- Corchorus is a genus of about 40-100 species of flowering plants in the Malvaceae family. The genus is classified under the subfamily Grewioideae.
- The genus Corchorus was first described by Linnaeus in his 1753 work Species Plantarum .
Jute is a shared common name applying to the fiber produced from the plant, and jute mallow leaves for the leaves used as vegetable.
- Plants sharing the common name jute are: Corchorus capsularis (white jute), C. olitorius (tossa jute)
, C. aestuans (jute).
Corchorus aestuans is a variable, procumbent, ascending or erect, often much-branched herb, up to 1 m tall, sometimes becoming woody at base. Branches terete with sparse to dense indumentum of straight, stiff, ascending hairs and of curly hairs. Leaves ovate to elliptical, 2-9 cm × 1-4 cm, pubescent. Inflorescence a lateral, solitary, 1-3-flowered cyme at nodes; pedicel up to 2 mm long, erect in fruit; sepals 5, linear, 3-3.5 mm long; petals 5, 3-4 mm long, clawed; stamens 9-14; ovary 3-4-celled with 16-22 ovules per cell, style 1 mm long, stigma fimbriate. Fruit a 3-4-angular, cylindrical capsule, 13-30 mm × 3-7 mm, 6-8-winged, 3-4-valvate, at apex with 3-4 bifid horns 4-5 mm long, many-seeded. Seed rhomboid-cylindrical, 1.5 mm long, brown to black. (1)
- Native to the Philippines.
- Also native to Assam, Bangladesh, China, Himalaya, India, Laos, Malawi, Malaya, Myanmar, Nansei-shoto, Nepal, Pakistan, Queensland, Sri Lanka, Sulawesi, Taiwan, Thailand, Vietnam, etc.
- From sea level to 2,000 m altitude.
- Preliminary phytochemical study of various extracts of leaves yielded phenolic compounds, flavonoids, glycosides, carbohydrates, proteins, amino acids, saponins, phytosterols, triterpenoids, cardiac glycosides and tannins. (4)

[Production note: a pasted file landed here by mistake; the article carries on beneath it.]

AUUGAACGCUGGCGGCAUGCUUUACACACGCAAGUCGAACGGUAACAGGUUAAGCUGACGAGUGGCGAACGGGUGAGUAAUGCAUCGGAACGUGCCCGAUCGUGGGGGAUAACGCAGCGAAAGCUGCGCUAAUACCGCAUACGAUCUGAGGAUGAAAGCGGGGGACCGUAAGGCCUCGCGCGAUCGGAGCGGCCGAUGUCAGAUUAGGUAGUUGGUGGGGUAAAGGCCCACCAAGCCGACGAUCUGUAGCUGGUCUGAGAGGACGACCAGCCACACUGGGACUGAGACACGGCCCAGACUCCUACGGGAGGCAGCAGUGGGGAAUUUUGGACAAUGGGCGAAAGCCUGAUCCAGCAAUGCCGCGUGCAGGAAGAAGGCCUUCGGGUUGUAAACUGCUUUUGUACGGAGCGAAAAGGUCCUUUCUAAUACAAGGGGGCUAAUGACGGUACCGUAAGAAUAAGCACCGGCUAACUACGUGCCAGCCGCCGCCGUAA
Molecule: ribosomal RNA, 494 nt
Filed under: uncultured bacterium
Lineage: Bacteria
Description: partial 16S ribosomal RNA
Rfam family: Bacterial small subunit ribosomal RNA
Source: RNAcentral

Seeds contain 22.6% protein and 8.3-12.8% oil. Amino acids include valine, lysine, serine, aspartic acid, threonine and phenylalanine. Oil contains ß-sitosterol and fatty acids (palmitic acid, stearic acid, oleic acid, and linolenic acid). Seeds also contain corchorine, a glycoside of the stropanthine group, and quercetin, a flavonoid; cardenolides, ß-sitosterol, cery alcohol, oligosaccharides. Capsule extract yielded ß-sitosterol, lupeol, betulin, 2-methyl anthraquinone, scopoletin, and corchoroside-A. (4)
- Nutritional analysis of leaves yielded protein 3.7%, ß-carotene 76.33 mg/kg, iron 184.07 mg/kg, and potassium 4000 mg/'kg.
Leaf extract yielded fusidic acid together with ß-sitosterol, 2-methylanthraquinone and coumarin (scopoletin). (4)
- GC-MS analysis of ethanol extract isolated 14 different bioactive constituents, namely: 3,7 ,11,15-tetramethyl-2-hexadecen-1-ol (5.6%), Trans-2-undecen -1-ol (1.26%), E-7-Tetradecenol (1.97 %), n-Hexadecanoic acid (25.82%), Phytol (22.34%), 9,12,15 -octadecatrienoic acid, methyl ester, ( Z,Z,Z)- (20.23%), Docosanoic acid, ethyl ester (1.99%), 1-Eicosanol (2.11 %), 9,9-dimethoxybicyclo[3.3.1] nona-2,4-dione (0.60%), Heptadecanoic acid, heptadecylester (0.95%), Pentadecanoic acid,2,6,10,14-tetramethyl-methylester (0.91%), 3-Hexa decycloxycarbonyl-5-(2-hydroxyethyl)-4-methylimidazolium ion (0.90%), Squalene (8 .03%) and Vitamin E (7.24 %). (10)
- Qualitative screening of plant extracts yielded tannin, phenolic, saponin, alkaloid, flavonoid, trypsin, glycoside and carbohydrates, with absence of steroids, cardiac glycosides, and triterpenes.
- Quantitative analysis of leaves yielded alkaloid and flavonoid with highest mean value of 2.973 and 0.131 mg/kg, respectively, followed by carbohydrates 0.99 mg/kg and phenolics with 0.01 mg/kg. Vitamin C was highest at 8.82 mg/100g, followed by Vitamins E, A, and D at 5.68, 2.246 and 0.27 mg/100 g, respectively. (5)